Infodemic = pathological spread of misinformation, weakening the ability to manage effective actions. “Infodemics are emerging as one of the most virulent phenomena known to man, able to transit continents instantly. In virtually every respect they behave just like any other disease, with epidemiology all their own, identifiable symptoms, well-known carriers, even straightforward cures.”

These findings were formulated in the age of pagers and faxes, before the social media era and the smartphone revolution. Rothkopf’s other main example was the case of terrorism and even relatively minor occurrences such as shark sightings. “These Internet- or media-borne viruses create global panics, trigger irrational behavior, blur our vision of important underlying problems, strain our infrastructure, buffet markets and undermine governments”.

He thought that time, that “individuals, companies and entire countries can acquire some natural immunity to infodemics by cultivating credibility… Yet if the information is the disease, knowledge is also a cure. We should react to infodemics just as we do to diseases. Understand how these ideas are introduced into the population, how they spread, what accelerates their spread, what their consequences are, and what localized outbreaks may be contained … It means effectively managing each outbreak and presenting the facts fully and quickly to critical audiences”.

Rothkopf was mistaken. We see the same side-roads, problems, and the same “information business as usual” practices by the governments. The infodemic storm in 2003 was started by Chinese authorities, detaining four citizens for “spreading rumors” about SARS, and the same happened in December 2019, when Dr. Li Wenliang, a 34-year-old opthalmologist, the author of the first public warning post was persecuted by police” because  “disrupting social order”. And we can find all the fake cures, disinformation and misinformation cloud, including colorful conspiracy theories. Interpretation turmoils and contradictions, decision discrepancies, solicitous communication practices.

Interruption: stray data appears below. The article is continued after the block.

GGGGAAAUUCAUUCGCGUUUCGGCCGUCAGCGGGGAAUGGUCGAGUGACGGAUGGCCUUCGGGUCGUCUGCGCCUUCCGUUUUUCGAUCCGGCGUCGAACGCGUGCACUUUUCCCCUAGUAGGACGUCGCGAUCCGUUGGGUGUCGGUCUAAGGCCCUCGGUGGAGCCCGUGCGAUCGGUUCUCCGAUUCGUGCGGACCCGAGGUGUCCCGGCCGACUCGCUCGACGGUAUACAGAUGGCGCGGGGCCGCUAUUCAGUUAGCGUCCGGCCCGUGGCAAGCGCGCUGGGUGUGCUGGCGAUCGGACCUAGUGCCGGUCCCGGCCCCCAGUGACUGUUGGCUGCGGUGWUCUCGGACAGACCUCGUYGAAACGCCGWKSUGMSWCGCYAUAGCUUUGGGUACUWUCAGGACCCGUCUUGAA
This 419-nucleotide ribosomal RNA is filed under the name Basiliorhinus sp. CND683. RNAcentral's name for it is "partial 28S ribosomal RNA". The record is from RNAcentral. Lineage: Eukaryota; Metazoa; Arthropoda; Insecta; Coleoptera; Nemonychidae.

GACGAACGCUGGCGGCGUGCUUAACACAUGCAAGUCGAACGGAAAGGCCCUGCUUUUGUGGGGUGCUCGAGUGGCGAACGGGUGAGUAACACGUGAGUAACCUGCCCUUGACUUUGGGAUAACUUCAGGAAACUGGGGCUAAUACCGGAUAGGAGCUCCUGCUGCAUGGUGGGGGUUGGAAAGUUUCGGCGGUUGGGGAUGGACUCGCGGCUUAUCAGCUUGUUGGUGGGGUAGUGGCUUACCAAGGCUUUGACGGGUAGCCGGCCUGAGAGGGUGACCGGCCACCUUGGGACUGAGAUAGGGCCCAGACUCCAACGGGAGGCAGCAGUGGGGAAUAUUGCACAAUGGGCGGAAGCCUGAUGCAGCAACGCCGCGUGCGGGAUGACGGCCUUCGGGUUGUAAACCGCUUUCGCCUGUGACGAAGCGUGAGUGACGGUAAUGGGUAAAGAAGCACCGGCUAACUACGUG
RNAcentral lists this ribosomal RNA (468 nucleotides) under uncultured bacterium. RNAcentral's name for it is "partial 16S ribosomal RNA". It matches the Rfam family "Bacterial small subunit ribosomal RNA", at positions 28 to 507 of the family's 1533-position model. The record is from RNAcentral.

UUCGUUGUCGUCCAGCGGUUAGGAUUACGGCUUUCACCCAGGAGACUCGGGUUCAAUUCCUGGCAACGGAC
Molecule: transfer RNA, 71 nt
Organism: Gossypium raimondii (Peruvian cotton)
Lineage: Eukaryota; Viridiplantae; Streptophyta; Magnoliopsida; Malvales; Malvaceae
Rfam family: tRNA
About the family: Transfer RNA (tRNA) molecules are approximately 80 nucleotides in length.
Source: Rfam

It is easy to see the reason behind the infodemic similarities. It is not about ill-tuned information policies, ineffective information management competencies or poisoned media ethics. The shortcomings of our information immune systems are consequences of the increasing crisis of elites, in the trap of contemporary political and economic rules and structures. In Eric Toussaint’s view “The Coronavirus pandemic is part of a multidimensional crisis of capitalism”. Christian Fuchs is talking about „Coronavirus Capitalism”. I am convinced that in pursuance of the sociocultural diagnosis it is not enough to simply show off “capitalism” as a primary cause of social disease. The growing inadequacy is a sign of an overall control crisis. The unstoppable world system transition itself is an unprecedented social macroevolutionary crossroad. The coordination, control and command functions should be translocated into the higher level of the system to cope with the system-level environmental challenges and changes. But how to modulate minds and structures, rooted deeply into the previous control mechanisms, system-consciousness, and interest-bounded insistence safekeeping their long-ago (quondam) autonomy? Deglobalization would be not else than a retrogression. It is time to start to shape effective global information and knowledge governance framework and practice – not only to upgrade the system-level crisis response-ability, but to begin providing professional support to a concerted multistakeholder adaptation acting upon the inevitable system transition.